There seems to be a new space race on the horizon

However, unlike before, the race is not fuelled by the cold war rivalry between the USA and the USSR, it is fuelled by private corporations. Investment is flooding into the space industry. The global space economy was worth $329 billion in 2016, and three-quarters of that sum came from private companies and commercial activity. Whilst NASA occupy themselves with developing the Space Launch System and the Orion spacecraft for missions to Mars, the billionaires of the world are pouring investment into sending people into low Earth orbit, and making rockets.

Richard Branson has already made several attempts to launch passengers into low orbit space with his company Virgin Galactic, although his SpaceShipTwo notoriously crashed on the first testing attempt, killing the co-pilot. Nonetheless, several tests have since been successful and he expects to have an operational passenger spacecraft service in the near future. Furthermore, Elon Musk, a former majority shareholder of PayPal, is currently undergoing tests throughout 2018 in order to supply the International Space Station with his Falcon 9 rockets. Jeff Bezos, the tycoon behind Amazon, has a goal to allow “anybody to go to space”. His company Blue Origin is similar to that of Virgin Galactic, offering space travel to paying customers.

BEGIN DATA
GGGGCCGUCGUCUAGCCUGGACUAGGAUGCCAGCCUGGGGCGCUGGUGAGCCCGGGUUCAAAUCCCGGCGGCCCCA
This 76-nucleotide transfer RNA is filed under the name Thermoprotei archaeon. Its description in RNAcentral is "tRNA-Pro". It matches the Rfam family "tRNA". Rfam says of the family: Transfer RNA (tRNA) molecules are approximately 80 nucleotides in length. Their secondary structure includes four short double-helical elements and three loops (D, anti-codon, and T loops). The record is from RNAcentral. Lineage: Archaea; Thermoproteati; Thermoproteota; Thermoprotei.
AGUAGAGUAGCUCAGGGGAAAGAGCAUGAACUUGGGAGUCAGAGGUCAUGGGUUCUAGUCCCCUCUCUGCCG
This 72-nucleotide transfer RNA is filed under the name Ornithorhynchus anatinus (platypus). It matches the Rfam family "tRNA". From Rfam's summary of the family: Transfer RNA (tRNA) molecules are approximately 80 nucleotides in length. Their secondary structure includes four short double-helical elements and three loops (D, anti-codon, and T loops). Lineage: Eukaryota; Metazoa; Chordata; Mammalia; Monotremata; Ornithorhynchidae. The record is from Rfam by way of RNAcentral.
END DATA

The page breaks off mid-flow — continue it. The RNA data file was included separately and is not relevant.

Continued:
This increase in private investment comes as space ventures become cheaper. Right now, there are about 1,500 satellites orbiting the earth, with that number set to sky rocket with them becoming both smaller and cheaper. A number of private firms are even advertising cheaper access to space, in the form of business incubators which help space start-ups. Currently, the launch of a satellite costs around $200 million, and in the USA last year there were just 22 launches. However, Peter Beck, founder of Rocket Lab from New Zealand, expects to go into space for as little as $5 million as much as once a week, once his rocket is operational. Usually, small satellite makers will hitch a ride on larger launches that have excess capacity, but Rocket Lab aims to make the process far cheaper, to the point where you can,

“go online and click a few buttons and you’ve bought a launch”.

Space travel may seem speculative and dangerous, but it may not be as farfetched as we may think. In our lifetime it looks like people will be paying to fly into space on the back of a billionaire’s rocket. And for the billionaires, the sky seems to be the limit as far as their profits are concerned.

Charlie Harrocks

Image: [Business Insider]